A man in white strode across the town towards the coffee shop, and the turtlenecker followed. Well, the turtlenecker didn’t follow so much as walk in the same direction toward the same coffee shop some distance behind the man in white, but to the casual passerby, it sure looked like following.
The smell of brewing coffee permeated the shop as patrons chatted, turned pages, or typed on keyboards. The sounds converged to fill the air in a pleasant way and people smiled at each other as they waited in line to receive steaming beverages with a pastry or a sweet. The turtlenecker – he wore a black turtleneck shirt, dark jeans, dark shoes and sunglasses – looked at the lineup, grimaced, and slunk over to a corner table that lay open and inviting.
A cloud settled over the table as the turtlenecker pulled a Moleskine notebook and a black pen out of his black knapsack. He opened the notebook, stared at it, then scowled. He slammed the book shut and looked out the window.
“Mind if I pull up a chair, friend?” The turtlenecker started and looked toward the voice. It belonged to a man dressed completely in white, holding a white coffee cup filled with a creamy liquid. He had a white bag slung over his shoulder resting near his right hip. He smiled in a way that suggested gentleness and kindness. His hair was, of course, white.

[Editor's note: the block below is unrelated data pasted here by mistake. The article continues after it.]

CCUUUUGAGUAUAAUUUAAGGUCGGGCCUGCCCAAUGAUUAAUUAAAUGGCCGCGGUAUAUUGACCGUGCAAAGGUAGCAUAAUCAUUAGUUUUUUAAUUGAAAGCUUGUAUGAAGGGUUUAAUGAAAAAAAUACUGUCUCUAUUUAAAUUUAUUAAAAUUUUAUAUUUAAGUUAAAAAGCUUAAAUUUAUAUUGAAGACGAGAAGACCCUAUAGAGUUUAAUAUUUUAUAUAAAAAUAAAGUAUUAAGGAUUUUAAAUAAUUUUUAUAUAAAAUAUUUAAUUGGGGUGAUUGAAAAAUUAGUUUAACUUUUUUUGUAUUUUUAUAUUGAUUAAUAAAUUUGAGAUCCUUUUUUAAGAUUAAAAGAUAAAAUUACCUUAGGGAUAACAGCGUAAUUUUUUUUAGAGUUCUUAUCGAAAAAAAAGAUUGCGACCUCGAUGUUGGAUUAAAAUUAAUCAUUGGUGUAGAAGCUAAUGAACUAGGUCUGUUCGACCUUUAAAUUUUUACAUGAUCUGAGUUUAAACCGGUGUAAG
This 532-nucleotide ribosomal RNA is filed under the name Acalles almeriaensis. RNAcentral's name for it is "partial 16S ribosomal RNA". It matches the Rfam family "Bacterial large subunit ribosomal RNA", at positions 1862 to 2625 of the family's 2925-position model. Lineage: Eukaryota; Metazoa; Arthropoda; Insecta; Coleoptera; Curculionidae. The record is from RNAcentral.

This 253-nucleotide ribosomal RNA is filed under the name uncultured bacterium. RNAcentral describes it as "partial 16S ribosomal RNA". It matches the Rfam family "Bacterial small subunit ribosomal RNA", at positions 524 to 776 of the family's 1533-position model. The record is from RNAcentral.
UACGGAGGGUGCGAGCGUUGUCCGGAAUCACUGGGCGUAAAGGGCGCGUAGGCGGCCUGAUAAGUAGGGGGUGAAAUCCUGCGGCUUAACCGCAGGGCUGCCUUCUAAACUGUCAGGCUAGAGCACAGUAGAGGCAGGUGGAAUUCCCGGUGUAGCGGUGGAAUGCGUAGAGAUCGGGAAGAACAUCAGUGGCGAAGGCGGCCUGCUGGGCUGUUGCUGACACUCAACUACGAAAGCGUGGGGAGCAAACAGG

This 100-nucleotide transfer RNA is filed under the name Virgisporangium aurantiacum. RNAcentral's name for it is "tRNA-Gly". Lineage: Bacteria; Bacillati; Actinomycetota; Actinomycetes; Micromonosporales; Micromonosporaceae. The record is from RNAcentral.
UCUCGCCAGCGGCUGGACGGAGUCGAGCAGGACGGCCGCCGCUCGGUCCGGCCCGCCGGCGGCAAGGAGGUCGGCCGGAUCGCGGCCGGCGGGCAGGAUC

The turtlenecker mumbled and gestured toward a chair. The man in white sat and took a quick sip of his beverage. The turtlenecker noticed that his new companion was not squeaky clean as he seemed to be. He wore a white two-piece suit and accessories, but the jacket had dirty patches and marks on it; they were subtle but unmistakable. Some of them looked like pen marks; others looked like marker strokes and dots of highlighter.
The man in white extended a hand. “Hi there. You can call me P.”
The turtlenecker’s scowl deepened briefly, then relaxed. He shook P’s hand. “I’m Randy. You know, you’re the first person I’ve met who has an initial for a name. Are you trying to channel P. Diddy or that guy from Dinosaur Jr or something?”
P chuckled. “Well, I could go by Mr. P, or Agent P for that matter, but P is good enough. Nice to meet you, Randy. What’s in the notebook?”
The scowl returned, briefly. “Oh, nothing. Just some ideas that I’ve been thinking about.”